We have the capability to offer in-office bone density scans for our patients and athletes.  DEXA/DXA (dual-energy x-ray absorptiometry), uses a very small dose of ionizing radiation to illustrate your bone health and determine if there is any bone loss.  They are simply a specialized form of standard x-rays, so the risks associated with DEXA scans are the same as getting an x-ray. DEXA scans are non-invasive, quick and very simple, requiring no major advance preparation.  These are the standard scans used to measure bone density.

*It is important to alert your technician before receiving a bone density scan if:

  • There is a possibility you are pregnant
  • You recently had a barium exam
  • You recently had a contrast CT or radioisotope scan (with injection)
  • You take calcium supplements

Bone density test is quick – typically complete in 10-30 minutes, depending on the part of your body being scanned. It is also a painless procedure, much like getting a regular x-ray.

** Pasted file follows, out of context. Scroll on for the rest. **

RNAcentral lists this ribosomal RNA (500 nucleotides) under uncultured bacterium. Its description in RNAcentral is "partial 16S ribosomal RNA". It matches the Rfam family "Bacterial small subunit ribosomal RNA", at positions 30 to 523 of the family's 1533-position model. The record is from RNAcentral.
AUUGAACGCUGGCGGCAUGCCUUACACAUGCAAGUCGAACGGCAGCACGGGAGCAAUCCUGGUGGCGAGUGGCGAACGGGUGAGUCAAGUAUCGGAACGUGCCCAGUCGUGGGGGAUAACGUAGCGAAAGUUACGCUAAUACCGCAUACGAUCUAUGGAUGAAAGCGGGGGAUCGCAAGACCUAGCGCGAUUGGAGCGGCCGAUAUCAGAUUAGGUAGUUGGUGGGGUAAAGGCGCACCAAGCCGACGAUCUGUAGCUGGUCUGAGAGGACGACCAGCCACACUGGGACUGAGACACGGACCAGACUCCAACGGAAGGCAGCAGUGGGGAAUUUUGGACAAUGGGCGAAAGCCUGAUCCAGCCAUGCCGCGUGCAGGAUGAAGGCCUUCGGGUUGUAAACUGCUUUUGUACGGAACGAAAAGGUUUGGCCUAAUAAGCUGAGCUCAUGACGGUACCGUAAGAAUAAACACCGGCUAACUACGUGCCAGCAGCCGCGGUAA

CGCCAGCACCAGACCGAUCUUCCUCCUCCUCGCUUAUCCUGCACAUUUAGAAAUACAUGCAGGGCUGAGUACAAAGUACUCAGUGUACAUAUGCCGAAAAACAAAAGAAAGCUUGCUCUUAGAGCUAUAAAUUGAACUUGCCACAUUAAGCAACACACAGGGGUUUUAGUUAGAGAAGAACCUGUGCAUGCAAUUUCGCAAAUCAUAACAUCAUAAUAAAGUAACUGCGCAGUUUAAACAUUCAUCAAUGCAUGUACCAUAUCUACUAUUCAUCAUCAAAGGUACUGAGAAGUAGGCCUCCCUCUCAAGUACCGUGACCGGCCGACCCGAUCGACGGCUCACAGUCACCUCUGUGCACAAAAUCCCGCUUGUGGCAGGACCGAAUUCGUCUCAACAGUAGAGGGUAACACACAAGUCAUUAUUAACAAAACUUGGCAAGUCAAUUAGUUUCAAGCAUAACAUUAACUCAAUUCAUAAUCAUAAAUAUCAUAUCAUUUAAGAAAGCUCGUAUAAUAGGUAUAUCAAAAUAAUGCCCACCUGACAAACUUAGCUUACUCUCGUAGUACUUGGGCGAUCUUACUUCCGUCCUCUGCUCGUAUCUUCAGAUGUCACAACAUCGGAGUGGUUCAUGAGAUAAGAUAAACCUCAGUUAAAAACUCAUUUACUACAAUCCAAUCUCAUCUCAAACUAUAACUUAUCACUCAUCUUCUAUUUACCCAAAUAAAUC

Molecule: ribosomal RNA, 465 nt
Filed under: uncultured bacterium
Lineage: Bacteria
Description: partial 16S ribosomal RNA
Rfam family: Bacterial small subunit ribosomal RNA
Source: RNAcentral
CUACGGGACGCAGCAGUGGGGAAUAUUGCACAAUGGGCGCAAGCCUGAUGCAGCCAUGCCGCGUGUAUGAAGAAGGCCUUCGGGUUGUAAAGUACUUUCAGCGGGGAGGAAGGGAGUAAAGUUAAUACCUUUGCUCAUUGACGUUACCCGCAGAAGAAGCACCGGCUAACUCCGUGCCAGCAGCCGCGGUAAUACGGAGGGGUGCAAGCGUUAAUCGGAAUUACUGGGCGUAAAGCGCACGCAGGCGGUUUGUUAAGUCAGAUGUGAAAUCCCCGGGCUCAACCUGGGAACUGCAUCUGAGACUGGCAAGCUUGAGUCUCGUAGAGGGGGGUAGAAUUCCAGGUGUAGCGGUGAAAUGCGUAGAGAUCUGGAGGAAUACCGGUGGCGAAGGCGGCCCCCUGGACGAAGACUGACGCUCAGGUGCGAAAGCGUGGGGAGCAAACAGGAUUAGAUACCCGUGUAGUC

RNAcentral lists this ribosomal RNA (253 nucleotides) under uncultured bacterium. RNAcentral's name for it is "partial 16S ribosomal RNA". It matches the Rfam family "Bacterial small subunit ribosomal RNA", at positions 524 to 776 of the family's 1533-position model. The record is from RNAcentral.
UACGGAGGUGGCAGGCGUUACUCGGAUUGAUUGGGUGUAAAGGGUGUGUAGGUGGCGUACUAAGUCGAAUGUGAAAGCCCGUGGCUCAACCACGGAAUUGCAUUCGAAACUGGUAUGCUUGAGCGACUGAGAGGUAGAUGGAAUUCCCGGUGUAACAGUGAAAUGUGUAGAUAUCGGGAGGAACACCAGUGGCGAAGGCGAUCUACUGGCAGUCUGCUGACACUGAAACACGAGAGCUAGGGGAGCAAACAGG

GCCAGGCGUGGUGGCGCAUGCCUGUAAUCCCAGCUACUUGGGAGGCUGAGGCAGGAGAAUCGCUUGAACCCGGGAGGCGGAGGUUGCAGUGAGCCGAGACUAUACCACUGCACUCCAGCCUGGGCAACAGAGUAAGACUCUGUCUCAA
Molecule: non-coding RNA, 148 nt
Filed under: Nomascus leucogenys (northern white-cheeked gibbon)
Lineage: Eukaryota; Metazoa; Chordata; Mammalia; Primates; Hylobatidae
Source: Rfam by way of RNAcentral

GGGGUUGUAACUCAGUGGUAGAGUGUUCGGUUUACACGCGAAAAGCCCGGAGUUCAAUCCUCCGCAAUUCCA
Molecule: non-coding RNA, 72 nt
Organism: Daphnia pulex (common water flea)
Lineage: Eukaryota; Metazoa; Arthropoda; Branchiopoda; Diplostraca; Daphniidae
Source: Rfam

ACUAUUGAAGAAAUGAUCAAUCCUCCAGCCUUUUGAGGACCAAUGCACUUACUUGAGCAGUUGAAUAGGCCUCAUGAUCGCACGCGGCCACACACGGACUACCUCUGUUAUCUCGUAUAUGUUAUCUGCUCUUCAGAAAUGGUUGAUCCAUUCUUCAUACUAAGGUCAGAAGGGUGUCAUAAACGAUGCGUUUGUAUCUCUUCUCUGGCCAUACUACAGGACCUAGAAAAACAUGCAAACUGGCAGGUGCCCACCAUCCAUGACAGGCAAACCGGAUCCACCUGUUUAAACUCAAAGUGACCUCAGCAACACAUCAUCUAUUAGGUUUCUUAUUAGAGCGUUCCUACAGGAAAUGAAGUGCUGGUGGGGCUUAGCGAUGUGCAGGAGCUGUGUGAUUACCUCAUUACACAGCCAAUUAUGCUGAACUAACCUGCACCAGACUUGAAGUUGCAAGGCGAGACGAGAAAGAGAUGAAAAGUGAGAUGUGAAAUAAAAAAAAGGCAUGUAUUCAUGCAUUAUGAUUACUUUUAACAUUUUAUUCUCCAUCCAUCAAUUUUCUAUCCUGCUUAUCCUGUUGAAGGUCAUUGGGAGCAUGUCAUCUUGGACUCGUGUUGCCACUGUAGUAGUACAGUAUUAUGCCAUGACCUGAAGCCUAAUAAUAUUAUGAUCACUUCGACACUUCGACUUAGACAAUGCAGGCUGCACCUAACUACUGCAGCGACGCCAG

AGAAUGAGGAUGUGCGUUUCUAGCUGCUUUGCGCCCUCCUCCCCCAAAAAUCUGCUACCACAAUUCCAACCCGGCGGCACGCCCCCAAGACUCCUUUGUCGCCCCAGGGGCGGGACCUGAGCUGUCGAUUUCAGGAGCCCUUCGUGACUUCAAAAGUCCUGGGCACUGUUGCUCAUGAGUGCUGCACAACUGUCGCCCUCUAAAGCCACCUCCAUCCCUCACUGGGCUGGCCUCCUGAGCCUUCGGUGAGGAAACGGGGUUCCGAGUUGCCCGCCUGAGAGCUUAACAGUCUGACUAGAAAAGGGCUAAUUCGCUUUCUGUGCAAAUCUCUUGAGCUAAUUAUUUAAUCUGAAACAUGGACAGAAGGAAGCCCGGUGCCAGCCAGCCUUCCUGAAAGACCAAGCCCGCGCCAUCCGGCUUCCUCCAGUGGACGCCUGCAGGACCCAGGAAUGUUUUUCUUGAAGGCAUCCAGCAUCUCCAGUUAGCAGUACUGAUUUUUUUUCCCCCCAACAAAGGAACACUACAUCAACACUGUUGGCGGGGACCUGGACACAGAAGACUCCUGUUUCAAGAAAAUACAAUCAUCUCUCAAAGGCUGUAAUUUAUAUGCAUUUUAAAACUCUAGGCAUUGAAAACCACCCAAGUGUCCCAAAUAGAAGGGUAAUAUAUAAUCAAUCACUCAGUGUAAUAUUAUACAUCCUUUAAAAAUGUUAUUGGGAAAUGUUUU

Having a bone density scan can help your therapists and doctors track any gradual bone loss concerns.  They can also help assess an individual’s risk for incurring fractures, as your bone density can be affected by age, body weight, medical history, cigarette smoking, and excessive alcohol consumption. Additionally, there are certain medications known to cause bone loss, so if you take any of the following, regular bone scans are recommended:

  • Corticosteroids such as Prednisone
  • Various anti-seizure medications such as Dilantin
  • Certain barbiturates, or high-dose thyroid replacement drugs

At the completion of the bone density scan, you’ll receive a T score and a Z score.

The T score is a number that shows a comparison of your amount of bone to a healthy individual of your similar age, and gender.

Normal T score range is above -1.

-1.1 –  -2. 4 is considered low

-2.5 and below is considered osteoporosis

The Z score compares your amount of bone with the averages of individuals with your same age, size and gender.

Bone density scans are often incorporated into body composition analyses for an overall picture of athletic health.